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Publish Date : 19 July 2017 - 12:37  ,  
News ID: 2090
Tehran (Basirat): A senior political analyst based in Australia said Iraq's Popular Mobilization Forces (Hashed al-Shaabi) played a great role in defeating ISIS in the battle of Mosul. He believe DAESH have served as a useful tool for US policies in the Middle East.

ISIS has proved a useful tool to Washington so far: Academic

"It has proved a useful tool to Washington so far, including for the creation of foreign military bases in Syria and as the pretext for ongoing US military presence in the entire region,” Professor Tim Anderson, a lecturer of political economy at the University of Sydney, said in an interview with the Basirat.

"Iraq's Popular Mobilization Forces (Hashed al-Shaabi) have played a heroic role in recovering Iraqi territory and dignity. They have continued this effort through cooperation with the Syrian Arab Army in Iraq's western border areas,” he noted.

Tim Anderson is an Australian political economist and author. He is a senior lecturer at the University of Sydney. Anderson has degrees in economics and international politics, and a doctorate on the political economy of economic liberalisation in Australia. His recent book is "The Dirty War on Syria: Washington, Regime Change and Resistance" that published by Global Research in 2016.

The following is the full text of the interview:

Basirat: Please explain your view about the situation of Iraq after the liberalization of Mosul? What's next for Mosul after its liberation from ISIS?

Anderson: In my view the key Iraqi challenge after the liberation of Mosul is for the government to re-assert some independent political will particularly in face of the former occupying power, which simply does not want to go away.

Iraqi people and security forces have made great sacrifices to come this far, after being humiliated and re-invaded by proxy armies. Now that sacrifice should be honored and consolidated by the actions of a dignified state and government, especially in the areas of independent security, territorial integrity and control of national resources.

Basirat: What will be the America strategies in Iraq after the liberalization of Mosul? In your opinion will ISIS be preserved? Kindly explain.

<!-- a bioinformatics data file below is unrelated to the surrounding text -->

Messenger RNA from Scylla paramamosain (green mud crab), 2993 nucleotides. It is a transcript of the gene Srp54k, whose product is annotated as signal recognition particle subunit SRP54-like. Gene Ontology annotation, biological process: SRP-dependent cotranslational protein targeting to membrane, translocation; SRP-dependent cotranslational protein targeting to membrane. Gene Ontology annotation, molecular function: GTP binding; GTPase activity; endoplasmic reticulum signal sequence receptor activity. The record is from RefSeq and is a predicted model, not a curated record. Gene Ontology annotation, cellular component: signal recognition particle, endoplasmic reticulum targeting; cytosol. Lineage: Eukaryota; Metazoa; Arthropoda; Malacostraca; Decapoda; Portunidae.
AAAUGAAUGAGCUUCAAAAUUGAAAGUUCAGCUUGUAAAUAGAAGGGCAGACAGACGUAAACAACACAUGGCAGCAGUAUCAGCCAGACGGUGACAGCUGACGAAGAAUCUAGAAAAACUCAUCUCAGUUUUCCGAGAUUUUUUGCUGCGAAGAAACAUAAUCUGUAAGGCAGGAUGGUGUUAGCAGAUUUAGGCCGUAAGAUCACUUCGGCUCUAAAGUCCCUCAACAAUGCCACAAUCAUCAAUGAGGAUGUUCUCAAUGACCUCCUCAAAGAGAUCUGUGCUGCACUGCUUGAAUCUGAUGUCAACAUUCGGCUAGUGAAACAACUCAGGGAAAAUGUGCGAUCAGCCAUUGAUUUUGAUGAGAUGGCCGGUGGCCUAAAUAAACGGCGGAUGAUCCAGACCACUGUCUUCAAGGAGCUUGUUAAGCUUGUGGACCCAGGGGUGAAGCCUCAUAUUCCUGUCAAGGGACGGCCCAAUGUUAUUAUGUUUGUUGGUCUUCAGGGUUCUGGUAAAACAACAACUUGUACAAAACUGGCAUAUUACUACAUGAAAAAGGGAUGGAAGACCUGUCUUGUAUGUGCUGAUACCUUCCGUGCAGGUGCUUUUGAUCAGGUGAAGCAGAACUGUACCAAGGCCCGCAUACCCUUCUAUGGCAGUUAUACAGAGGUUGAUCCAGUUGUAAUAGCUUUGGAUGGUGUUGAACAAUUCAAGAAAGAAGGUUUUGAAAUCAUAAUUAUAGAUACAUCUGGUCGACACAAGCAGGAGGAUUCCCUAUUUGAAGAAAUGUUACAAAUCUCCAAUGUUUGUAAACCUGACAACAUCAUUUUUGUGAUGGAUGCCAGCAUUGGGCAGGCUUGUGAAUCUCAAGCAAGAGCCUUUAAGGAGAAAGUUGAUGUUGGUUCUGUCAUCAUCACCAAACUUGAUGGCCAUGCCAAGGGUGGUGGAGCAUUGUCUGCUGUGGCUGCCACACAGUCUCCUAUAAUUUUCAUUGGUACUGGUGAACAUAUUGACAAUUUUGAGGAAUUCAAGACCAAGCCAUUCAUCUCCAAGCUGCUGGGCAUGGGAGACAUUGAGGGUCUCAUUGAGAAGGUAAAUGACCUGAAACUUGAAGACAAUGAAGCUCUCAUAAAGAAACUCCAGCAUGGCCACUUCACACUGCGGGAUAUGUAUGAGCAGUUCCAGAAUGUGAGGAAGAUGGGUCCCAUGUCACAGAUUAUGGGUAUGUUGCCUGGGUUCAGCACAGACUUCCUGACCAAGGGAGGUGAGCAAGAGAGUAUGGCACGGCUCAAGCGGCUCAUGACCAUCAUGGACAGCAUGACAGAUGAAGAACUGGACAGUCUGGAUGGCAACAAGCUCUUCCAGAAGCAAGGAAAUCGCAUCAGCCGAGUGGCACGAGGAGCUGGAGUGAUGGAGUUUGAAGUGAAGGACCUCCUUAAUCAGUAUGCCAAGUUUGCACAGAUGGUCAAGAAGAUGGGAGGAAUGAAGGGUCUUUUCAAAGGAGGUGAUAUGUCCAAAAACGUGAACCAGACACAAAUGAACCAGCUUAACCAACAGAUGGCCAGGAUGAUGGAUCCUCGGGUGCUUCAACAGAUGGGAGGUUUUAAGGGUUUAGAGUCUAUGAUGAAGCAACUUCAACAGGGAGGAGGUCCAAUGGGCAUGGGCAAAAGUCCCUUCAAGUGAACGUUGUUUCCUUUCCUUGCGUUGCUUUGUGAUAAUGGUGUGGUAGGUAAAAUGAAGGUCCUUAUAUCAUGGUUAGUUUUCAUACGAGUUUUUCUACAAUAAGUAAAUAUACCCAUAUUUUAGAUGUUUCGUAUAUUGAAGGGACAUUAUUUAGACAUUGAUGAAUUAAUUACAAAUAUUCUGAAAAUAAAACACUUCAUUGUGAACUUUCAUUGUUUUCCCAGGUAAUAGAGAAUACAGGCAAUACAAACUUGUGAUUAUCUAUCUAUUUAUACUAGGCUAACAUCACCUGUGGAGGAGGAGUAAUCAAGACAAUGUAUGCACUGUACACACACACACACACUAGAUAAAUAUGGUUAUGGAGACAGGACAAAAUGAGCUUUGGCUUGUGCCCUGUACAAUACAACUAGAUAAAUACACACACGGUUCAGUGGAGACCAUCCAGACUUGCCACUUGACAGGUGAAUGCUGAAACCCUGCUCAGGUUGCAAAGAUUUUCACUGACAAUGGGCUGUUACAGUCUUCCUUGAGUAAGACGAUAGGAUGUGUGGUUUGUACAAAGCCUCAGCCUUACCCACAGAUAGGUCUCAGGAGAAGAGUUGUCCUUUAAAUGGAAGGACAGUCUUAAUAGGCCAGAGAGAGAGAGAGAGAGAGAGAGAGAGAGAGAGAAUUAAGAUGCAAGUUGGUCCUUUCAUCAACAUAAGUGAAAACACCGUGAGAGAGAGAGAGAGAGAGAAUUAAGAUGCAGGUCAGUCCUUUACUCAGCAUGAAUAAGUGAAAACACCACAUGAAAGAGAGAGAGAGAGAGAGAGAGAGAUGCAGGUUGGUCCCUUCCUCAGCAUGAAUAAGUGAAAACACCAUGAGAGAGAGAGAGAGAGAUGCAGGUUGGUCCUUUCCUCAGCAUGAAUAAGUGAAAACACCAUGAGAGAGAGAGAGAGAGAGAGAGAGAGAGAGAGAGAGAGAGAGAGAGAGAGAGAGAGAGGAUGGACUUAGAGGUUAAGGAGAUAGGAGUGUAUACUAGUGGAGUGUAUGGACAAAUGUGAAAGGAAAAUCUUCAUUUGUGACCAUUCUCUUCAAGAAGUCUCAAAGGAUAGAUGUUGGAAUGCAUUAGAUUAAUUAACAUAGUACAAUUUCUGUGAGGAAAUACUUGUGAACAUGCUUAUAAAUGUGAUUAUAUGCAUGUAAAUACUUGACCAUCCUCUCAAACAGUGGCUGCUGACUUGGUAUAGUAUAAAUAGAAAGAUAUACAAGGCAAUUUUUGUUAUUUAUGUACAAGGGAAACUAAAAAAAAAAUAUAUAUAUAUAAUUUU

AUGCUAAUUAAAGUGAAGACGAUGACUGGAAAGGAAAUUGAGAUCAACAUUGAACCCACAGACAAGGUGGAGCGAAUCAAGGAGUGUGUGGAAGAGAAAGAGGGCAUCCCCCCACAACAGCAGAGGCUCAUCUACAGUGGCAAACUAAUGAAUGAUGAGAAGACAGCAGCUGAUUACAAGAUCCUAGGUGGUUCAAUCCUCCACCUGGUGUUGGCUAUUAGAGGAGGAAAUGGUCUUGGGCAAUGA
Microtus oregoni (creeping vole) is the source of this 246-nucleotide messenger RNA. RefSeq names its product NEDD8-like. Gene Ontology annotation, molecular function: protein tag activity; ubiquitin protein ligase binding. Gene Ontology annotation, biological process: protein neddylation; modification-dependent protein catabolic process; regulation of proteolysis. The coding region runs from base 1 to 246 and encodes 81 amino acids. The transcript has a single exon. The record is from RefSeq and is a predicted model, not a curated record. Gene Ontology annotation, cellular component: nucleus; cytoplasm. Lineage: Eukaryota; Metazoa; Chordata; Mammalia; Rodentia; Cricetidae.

Anderson: Washington has already made it clear it does not want to retreat from Iraq, even after DAESH is crushed. After all, that terrorist group was created more than a decade ago, through al Saud, precisely to weaken Baghdad and to prevent Iraq getting close to its neighbors, particularly Iran.

Although DAESH is now being destroyed in both Iraq and Syria, the group can persist in more limited areas, if its sponsors keep funding and arming it.

It has proved a useful tool to Washington so far, including for the creation of foreign military bases in Syria and as the pretext for ongoing US military presence in the entire region.

A lack of political will in Baghdad would allow mercenary groups to thrive and undermine genuine national policy.

Basirat: Will US plans change about Iraqi Kurdistan after the liberalization of Mosul?

Anderson: After the liberation of Mosul - and with the demise of DAESH in Syria - the US has a strong motivation to persist with its 'Kurdish card' if it cannot have a pseudo-Sunni caliphate to divide the region, a pseudo-Kurdish state is next best, from their point of view (even though this will be resented and resisted by the Erdogan government, as Turkey has the largest Kurdish population).

Carving a slice from northern Iraq would be a great blow to the Iraqi nation, whatever its other problems and shortcomings the US seems also to be working towards a Kurdish zone in Syria, but this is harder because Damascus was never weakened as much as Baghdad.

Kurdish forces in Syria, which for the most part have had no conflict with the Syrian Arab Army, seem far more likely to cut a deal with Damascus over cultural protection within a unified Syria.

Basirat: And last question is about Popular Mobilization Forces; what role did it play in this battle? And what will be its role in the future of Iraq?

Anderson: Iraq's Popular Mobilization Forces (Hashed al-Shaabi) have played a heroic role in recovering Iraqi territory and dignity. They have continued this effort through cooperation with the Syrian Arab Army in Iraq's western border areas.

Their loyalty and firmness in the battle against DAESH seems to foreshadow a role in strengthening the Iraqi nation.

We thank you for taking time out to answer our question. We appreciate you taking the time to respond personally to us.


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